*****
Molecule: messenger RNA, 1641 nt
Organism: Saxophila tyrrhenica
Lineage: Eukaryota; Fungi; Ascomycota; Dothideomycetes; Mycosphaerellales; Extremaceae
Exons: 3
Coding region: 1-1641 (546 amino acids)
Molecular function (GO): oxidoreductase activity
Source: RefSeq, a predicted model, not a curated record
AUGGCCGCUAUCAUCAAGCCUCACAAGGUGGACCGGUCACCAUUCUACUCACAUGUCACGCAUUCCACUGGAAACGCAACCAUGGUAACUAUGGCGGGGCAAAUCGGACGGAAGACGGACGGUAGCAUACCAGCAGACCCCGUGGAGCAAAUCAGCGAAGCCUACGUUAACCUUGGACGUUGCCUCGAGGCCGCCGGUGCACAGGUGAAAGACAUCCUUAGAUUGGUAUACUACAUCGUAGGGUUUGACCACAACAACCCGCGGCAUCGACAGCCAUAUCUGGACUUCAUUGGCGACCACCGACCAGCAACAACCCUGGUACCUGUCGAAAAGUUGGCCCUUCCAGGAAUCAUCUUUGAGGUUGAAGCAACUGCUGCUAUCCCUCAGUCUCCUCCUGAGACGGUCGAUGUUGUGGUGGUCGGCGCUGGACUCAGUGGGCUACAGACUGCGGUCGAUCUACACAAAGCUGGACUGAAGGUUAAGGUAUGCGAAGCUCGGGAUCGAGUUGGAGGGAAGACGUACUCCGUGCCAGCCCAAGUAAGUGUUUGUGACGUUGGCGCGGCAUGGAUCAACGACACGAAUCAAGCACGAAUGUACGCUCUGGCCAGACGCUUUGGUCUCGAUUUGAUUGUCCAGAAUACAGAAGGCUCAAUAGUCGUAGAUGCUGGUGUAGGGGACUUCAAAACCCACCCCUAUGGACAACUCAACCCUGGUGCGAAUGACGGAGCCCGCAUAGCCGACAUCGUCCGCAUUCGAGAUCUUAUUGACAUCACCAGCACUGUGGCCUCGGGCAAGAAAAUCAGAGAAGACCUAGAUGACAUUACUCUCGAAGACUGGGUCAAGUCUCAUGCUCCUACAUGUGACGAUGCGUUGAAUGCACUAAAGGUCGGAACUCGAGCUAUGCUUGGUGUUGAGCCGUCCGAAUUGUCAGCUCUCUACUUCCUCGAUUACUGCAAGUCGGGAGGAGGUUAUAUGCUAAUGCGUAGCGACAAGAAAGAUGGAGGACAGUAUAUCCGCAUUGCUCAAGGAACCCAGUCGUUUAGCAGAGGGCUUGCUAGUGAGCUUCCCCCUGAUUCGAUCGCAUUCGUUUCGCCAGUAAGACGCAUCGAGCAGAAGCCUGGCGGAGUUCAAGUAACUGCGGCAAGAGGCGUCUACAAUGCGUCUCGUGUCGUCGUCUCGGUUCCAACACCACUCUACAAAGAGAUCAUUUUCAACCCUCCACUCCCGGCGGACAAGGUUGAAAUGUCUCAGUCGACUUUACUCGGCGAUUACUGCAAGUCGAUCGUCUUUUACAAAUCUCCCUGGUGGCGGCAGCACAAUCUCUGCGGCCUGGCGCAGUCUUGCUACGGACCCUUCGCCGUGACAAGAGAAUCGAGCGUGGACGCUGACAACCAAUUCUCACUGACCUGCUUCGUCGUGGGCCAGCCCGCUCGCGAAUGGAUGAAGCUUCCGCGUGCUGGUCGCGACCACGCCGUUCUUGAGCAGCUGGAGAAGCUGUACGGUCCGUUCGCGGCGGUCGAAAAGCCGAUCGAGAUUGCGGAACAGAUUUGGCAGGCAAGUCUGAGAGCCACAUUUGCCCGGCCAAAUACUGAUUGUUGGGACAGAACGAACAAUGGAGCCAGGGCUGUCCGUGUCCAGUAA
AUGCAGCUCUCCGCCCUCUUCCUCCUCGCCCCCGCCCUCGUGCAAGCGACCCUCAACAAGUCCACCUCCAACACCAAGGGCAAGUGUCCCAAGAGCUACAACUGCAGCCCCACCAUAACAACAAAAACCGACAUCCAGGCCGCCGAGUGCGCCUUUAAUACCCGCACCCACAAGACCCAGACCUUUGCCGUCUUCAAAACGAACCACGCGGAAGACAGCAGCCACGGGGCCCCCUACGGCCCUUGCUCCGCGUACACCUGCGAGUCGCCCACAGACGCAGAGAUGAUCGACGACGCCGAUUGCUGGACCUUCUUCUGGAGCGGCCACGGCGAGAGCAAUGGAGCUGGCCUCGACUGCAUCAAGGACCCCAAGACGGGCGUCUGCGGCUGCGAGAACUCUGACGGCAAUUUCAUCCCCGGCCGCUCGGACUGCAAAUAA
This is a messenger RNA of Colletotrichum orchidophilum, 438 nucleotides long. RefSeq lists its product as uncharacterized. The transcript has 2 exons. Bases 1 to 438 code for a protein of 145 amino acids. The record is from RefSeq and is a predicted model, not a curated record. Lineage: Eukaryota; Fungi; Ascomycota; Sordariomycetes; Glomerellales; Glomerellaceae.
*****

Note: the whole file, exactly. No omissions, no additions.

Molecule: messenger RNA, 1641 nt
Organism: Saxophila tyrrhenica
Lineage: Eukaryota; Fungi; Ascomycota; Dothideomycetes; Mycosphaerellales; Extremaceae
Exons: 3
Coding region: 1-1641 (546 amino acids)
Molecular function (GO): oxidoreductase activity
Source: RefSeq, a predicted model, not a curated record
AUGGCCGCUAUCAUCAAGCCUCACAAGGUGGACCGGUCACCAUUCUACUCACAUGUCACGCAUUCCACUGGAAACGCAACCAUGGUAACUAUGGCGGGGCAAAUCGGACGGAAGACGGACGGUAGCAUACCAGCAGACCCCGUGGAGCAAAUCAGCGAAGCCUACGUUAACCUUGGACGUUGCCUCGAGGCCGCCGGUGCACAGGUGAAAGACAUCCUUAGAUUGGUAUACUACAUCGUAGGGUUUGACCACAACAACCCGCGGCAUCGACAGCCAUAUCUGGACUUCAUUGGCGACCACCGACCAGCAACAACCCUGGUACCUGUCGAAAAGUUGGCCCUUCCAGGAAUCAUCUUUGAGGUUGAAGCAACUGCUGCUAUCCCUCAGUCUCCUCCUGAGACGGUCGAUGUUGUGGUGGUCGGCGCUGGACUCAGUGGGCUACAGACUGCGGUCGAUCUACACAAAGCUGGACUGAAGGUUAAGGUAUGCGAAGCUCGGGAUCGAGUUGGAGGGAAGACGUACUCCGUGCCAGCCCAAGUAAGUGUUUGUGACGUUGGCGCGGCAUGGAUCAACGACACGAAUCAAGCACGAAUGUACGCUCUGGCCAGACGCUUUGGUCUCGAUUUGAUUGUCCAGAAUACAGAAGGCUCAAUAGUCGUAGAUGCUGGUGUAGGGGACUUCAAAACCCACCCCUAUGGACAACUCAACCCUGGUGCGAAUGACGGAGCCCGCAUAGCCGACAUCGUCCGCAUUCGAGAUCUUAUUGACAUCACCAGCACUGUGGCCUCGGGCAAGAAAAUCAGAGAAGACCUAGAUGACAUUACUCUCGAAGACUGGGUCAAGUCUCAUGCUCCUACAUGUGACGAUGCGUUGAAUGCACUAAAGGUCGGAACUCGAGCUAUGCUUGGUGUUGAGCCGUCCGAAUUGUCAGCUCUCUACUUCCUCGAUUACUGCAAGUCGGGAGGAGGUUAUAUGCUAAUGCGUAGCGACAAGAAAGAUGGAGGACAGUAUAUCCGCAUUGCUCAAGGAACCCAGUCGUUUAGCAGAGGGCUUGCUAGUGAGCUUCCCCCUGAUUCGAUCGCAUUCGUUUCGCCAGUAAGACGCAUCGAGCAGAAGCCUGGCGGAGUUCAAGUAACUGCGGCAAGAGGCGUCUACAAUGCGUCUCGUGUCGUCGUCUCGGUUCCAACACCACUCUACAAAGAGAUCAUUUUCAACCCUCCACUCCCGGCGGACAAGGUUGAAAUGUCUCAGUCGACUUUACUCGGCGAUUACUGCAAGUCGAUCGUCUUUUACAAAUCUCCCUGGUGGCGGCAGCACAAUCUCUGCGGCCUGGCGCAGUCUUGCUACGGACCCUUCGCCGUGACAAGAGAAUCGAGCGUGGACGCUGACAACCAAUUCUCACUGACCUGCUUCGUCGUGGGCCAGCCCGCUCGCGAAUGGAUGAAGCUUCCGCGUGCUGGUCGCGACCACGCCGUUCUUGAGCAGCUGGAGAAGCUGUACGGUCCGUUCGCGGCGGUCGAAAAGCCGAUCGAGAUUGCGGAACAGAUUUGGCAGGCAAGUCUGAGAGCCACAUUUGCCCGGCCAAAUACUGAUUGUUGGGACAGAACGAACAAUGGAGCCAGGGCUGUCCGUGUCCAGUAA
AUGCAGCUCUCCGCCCUCUUCCUCCUCGCCCCCGCCCUCGUGCAAGCGACCCUCAACAAGUCCACCUCCAACACCAAGGGCAAGUGUCCCAAGAGCUACAACUGCAGCCCCACCAUAACAACAAAAACCGACAUCCAGGCCGCCGAGUGCGCCUUUAAUACCCGCACCCACAAGACCCAGACCUUUGCCGUCUUCAAAACGAACCACGCGGAAGACAGCAGCCACGGGGCCCCCUACGGCCCUUGCUCCGCGUACACCUGCGAGUCGCCCACAGACGCAGAGAUGAUCGACGACGCCGAUUGCUGGACCUUCUUCUGGAGCGGCCACGGCGAGAGCAAUGGAGCUGGCCUCGACUGCAUCAAGGACCCCAAGACGGGCGUCUGCGGCUGCGAGAACUCUGACGGCAAUUUCAUCCCCGGCCGCUCGGACUGCAAAUAA
This is a messenger RNA of Colletotrichum orchidophilum, 438 nucleotides long. RefSeq lists its product as uncharacterized. The transcript has 2 exons. Bases 1 to 438 code for a protein of 145 amino acids. The record is from RefSeq and is a predicted model, not a curated record. Lineage: Eukaryota; Fungi; Ascomycota; Sordariomycetes; Glomerellales; Glomerellaceae.